The power electronics inside use electrical power to drive a vaporizer element. The vaporizer changes the liquid form of water into a fine mist that rises through an exit passageway and out a nozzle into the room’s air.
A vaporizer is most often one of a few types:
- Thermal (heating element)
There are two main types of electrical humidifiers:
- Thermal (warm mist)
- Ultrasonic (cool mist)
Both have pros and cons but cool mist models can work anywhere regardless of the temperature.
How does a dehumidifier work?
Dehumidifiers are powered by electricity and use a refrigerant, circulated by a compressor under pressure, to pull humid air across a low-temperature assembly that condenses moisture into water. The water is then collected in a tank for emptying once full.
In fact, dehumidifiers use a refrigerant system extremely similar to those of home air conditioning units or refrigerators. The difference is that they blow warm, dry air into the outlet instead of cold air like home AC units.
An electric motor, controlled by electronics, powers the compressor when the detected room humidity goes above a level set by the user. To do this, many dehumidifiers provide a display panel and control buttons to adjust the acceptable humidity level before the system starts again.
Signs You Need a Dehumidifier
The majority of homes have a natural humidity level of between 30 percent and 50 percent; a humidity level above 50-55% or so means that you need a dehumidifier. As a general rule, anything lower than 30 percent will require a humidifier.
To check whether or not you need a dehumidifier, look out for the following signs or test the humidity level in your home using a digital temperature and humidity gauge.
Example of a digital temperature and humidity gauge. These make it easy to know for sure the humidity in your home.
Mold Spots or Damp
Enclosed spaces that are exposed to higher humidity levels are often prone to mold growth which shows up in the forms of mold spots or patches of dampness on the walls or ceiling.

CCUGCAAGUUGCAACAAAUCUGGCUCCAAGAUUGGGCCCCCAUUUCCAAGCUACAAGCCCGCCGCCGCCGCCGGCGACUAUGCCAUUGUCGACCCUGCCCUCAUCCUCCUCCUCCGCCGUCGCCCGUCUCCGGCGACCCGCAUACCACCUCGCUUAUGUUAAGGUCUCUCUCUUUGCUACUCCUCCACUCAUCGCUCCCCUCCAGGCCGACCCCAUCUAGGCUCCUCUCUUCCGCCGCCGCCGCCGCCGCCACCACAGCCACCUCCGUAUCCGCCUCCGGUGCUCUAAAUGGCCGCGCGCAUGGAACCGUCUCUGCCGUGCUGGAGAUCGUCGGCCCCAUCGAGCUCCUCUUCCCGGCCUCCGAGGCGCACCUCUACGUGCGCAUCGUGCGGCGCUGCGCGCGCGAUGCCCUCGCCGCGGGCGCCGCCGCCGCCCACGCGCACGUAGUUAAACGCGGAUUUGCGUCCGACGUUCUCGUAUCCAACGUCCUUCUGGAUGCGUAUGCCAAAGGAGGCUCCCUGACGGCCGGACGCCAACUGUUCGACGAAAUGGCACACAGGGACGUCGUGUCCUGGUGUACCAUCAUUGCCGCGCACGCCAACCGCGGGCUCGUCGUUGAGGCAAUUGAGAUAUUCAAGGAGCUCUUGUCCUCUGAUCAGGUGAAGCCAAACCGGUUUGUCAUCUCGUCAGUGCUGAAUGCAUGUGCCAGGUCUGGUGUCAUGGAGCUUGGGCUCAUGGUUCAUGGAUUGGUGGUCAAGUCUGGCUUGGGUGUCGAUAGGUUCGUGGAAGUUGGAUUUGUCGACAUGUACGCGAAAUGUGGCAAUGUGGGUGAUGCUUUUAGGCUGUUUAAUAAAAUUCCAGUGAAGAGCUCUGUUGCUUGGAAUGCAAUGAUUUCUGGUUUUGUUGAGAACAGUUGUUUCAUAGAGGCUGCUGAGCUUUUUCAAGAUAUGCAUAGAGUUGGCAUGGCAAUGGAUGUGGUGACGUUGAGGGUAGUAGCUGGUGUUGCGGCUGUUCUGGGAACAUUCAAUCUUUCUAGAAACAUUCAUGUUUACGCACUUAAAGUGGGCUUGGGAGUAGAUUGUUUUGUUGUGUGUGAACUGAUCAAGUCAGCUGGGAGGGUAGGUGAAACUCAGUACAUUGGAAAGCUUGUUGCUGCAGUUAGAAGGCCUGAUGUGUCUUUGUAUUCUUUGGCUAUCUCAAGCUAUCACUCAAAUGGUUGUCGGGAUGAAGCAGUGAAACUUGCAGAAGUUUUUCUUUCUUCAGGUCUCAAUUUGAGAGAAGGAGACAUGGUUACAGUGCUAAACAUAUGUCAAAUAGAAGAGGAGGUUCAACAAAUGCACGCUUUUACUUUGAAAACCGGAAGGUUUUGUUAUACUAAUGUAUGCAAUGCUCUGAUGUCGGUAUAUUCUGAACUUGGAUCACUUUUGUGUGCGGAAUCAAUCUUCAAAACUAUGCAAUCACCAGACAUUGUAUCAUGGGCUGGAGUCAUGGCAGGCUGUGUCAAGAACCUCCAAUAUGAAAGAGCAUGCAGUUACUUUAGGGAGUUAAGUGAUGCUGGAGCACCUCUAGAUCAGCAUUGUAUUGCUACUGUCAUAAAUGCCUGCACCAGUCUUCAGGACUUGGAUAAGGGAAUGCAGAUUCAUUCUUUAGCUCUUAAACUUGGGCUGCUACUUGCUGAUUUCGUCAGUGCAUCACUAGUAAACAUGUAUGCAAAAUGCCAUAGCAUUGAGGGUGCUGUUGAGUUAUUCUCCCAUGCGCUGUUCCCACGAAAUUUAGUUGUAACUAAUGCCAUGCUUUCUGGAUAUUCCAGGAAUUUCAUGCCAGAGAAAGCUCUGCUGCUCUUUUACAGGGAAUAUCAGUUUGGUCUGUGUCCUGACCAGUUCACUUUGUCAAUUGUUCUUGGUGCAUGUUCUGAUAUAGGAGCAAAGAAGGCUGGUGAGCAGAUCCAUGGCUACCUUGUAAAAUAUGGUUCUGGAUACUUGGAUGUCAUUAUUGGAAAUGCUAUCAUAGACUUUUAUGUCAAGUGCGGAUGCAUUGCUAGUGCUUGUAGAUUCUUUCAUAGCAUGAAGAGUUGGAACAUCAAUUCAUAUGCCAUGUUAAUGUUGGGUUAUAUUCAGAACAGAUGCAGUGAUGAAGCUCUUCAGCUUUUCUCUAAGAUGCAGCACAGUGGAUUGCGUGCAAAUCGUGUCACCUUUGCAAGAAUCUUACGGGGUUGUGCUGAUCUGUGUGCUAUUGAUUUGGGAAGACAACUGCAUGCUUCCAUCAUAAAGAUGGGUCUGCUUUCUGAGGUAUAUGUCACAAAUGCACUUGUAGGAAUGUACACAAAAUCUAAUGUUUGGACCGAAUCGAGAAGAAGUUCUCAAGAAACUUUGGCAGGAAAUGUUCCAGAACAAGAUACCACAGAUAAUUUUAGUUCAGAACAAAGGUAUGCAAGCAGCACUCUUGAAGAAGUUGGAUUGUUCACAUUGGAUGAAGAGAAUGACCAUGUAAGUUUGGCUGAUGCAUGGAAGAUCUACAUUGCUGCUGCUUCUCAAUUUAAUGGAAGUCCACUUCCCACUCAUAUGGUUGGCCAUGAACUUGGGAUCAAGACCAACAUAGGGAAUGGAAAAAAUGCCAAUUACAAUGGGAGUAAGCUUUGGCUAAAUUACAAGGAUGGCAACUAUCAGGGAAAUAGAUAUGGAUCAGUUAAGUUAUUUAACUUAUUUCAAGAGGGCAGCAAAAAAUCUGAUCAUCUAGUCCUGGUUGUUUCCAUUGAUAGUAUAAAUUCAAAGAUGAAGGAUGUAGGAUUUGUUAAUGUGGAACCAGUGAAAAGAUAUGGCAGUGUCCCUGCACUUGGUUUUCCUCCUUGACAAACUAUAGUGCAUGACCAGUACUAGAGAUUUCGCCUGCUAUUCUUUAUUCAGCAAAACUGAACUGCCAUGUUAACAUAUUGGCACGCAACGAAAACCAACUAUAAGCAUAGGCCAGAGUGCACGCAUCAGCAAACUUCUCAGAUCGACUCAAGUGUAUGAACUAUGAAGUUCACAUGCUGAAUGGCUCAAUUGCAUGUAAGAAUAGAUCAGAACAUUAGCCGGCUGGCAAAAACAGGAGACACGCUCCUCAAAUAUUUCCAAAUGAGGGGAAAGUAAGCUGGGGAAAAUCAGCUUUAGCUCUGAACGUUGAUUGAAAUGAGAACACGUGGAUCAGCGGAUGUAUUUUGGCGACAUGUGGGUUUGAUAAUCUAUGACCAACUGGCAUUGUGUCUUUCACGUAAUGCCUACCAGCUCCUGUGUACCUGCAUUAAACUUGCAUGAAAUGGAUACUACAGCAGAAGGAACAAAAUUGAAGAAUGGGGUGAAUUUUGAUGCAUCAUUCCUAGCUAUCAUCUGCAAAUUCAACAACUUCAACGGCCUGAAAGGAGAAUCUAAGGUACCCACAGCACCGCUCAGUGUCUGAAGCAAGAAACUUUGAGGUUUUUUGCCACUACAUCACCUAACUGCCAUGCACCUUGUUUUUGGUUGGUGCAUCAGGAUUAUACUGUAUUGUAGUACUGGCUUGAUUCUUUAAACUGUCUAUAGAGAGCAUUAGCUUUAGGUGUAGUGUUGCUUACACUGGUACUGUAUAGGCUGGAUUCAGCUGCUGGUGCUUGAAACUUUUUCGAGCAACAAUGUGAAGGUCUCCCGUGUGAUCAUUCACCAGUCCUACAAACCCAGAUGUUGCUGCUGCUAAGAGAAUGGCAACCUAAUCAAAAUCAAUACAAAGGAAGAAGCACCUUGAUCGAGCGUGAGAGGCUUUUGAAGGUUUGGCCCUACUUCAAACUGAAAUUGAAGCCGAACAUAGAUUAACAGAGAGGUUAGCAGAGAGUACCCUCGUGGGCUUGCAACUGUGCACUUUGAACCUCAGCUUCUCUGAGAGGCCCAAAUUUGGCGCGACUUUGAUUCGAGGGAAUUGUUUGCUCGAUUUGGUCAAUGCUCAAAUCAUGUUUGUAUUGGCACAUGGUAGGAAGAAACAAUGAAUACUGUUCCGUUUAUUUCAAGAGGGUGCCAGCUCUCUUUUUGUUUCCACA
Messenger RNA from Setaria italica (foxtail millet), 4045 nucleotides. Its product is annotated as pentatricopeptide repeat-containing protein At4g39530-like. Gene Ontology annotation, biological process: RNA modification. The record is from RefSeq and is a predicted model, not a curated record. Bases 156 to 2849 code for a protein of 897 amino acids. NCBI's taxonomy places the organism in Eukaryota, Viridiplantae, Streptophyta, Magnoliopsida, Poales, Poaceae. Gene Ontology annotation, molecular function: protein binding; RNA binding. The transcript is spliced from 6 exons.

These are pretty big red flags that signal that the humidity in your home (commonly in the basement) is too high. A dehumidifier can help to reduce the humidity which slows down this growth and keep it under 60% more, discouraging the growth of mold or mildew.
Peeling Paint or Wallpaper
Environments with more than 50% humidity contain more moisture in the air than spaces with low humidity. This can lead to a build up of moisture that results in damage to areas of your home including surface damage to your walls.
If the wallpaper or paint is starting to peel away from the wall in places, it’s sometimes a sign that there’s too much moisture in the room.
Worsening Allergies or Asthma
Mold spores that can linger in the air as a result of excessive humidity and the bacterial growth it promotes can have a serious effect on anyone suffering from allergies or health conditions like asthma.
If you notice your symptoms getting worse, especially when you’re spending large periods of time at home, it may be a sign that you need a dehumidifier.
However, if you try using one for a while and don’t notice any difference, it’s worth contacting your doctor and checking your home for other causes.
What is a good humidity level?
Just in case you weren’t aware, it’s important to know that temperature affects how much moisture the air can “hold.” It’s normally expressed as a percentage. The higher the temperature, the more humidity that’s possible.
As a general rule, 50% humidity is right for nearly everyone and is a good target. When the humidity is lower than 30 percent that means that your home is too dry and you need a humidifier.
Note that these are general suggestions. You don’t have to get it perfectly matched to one particular number, just close.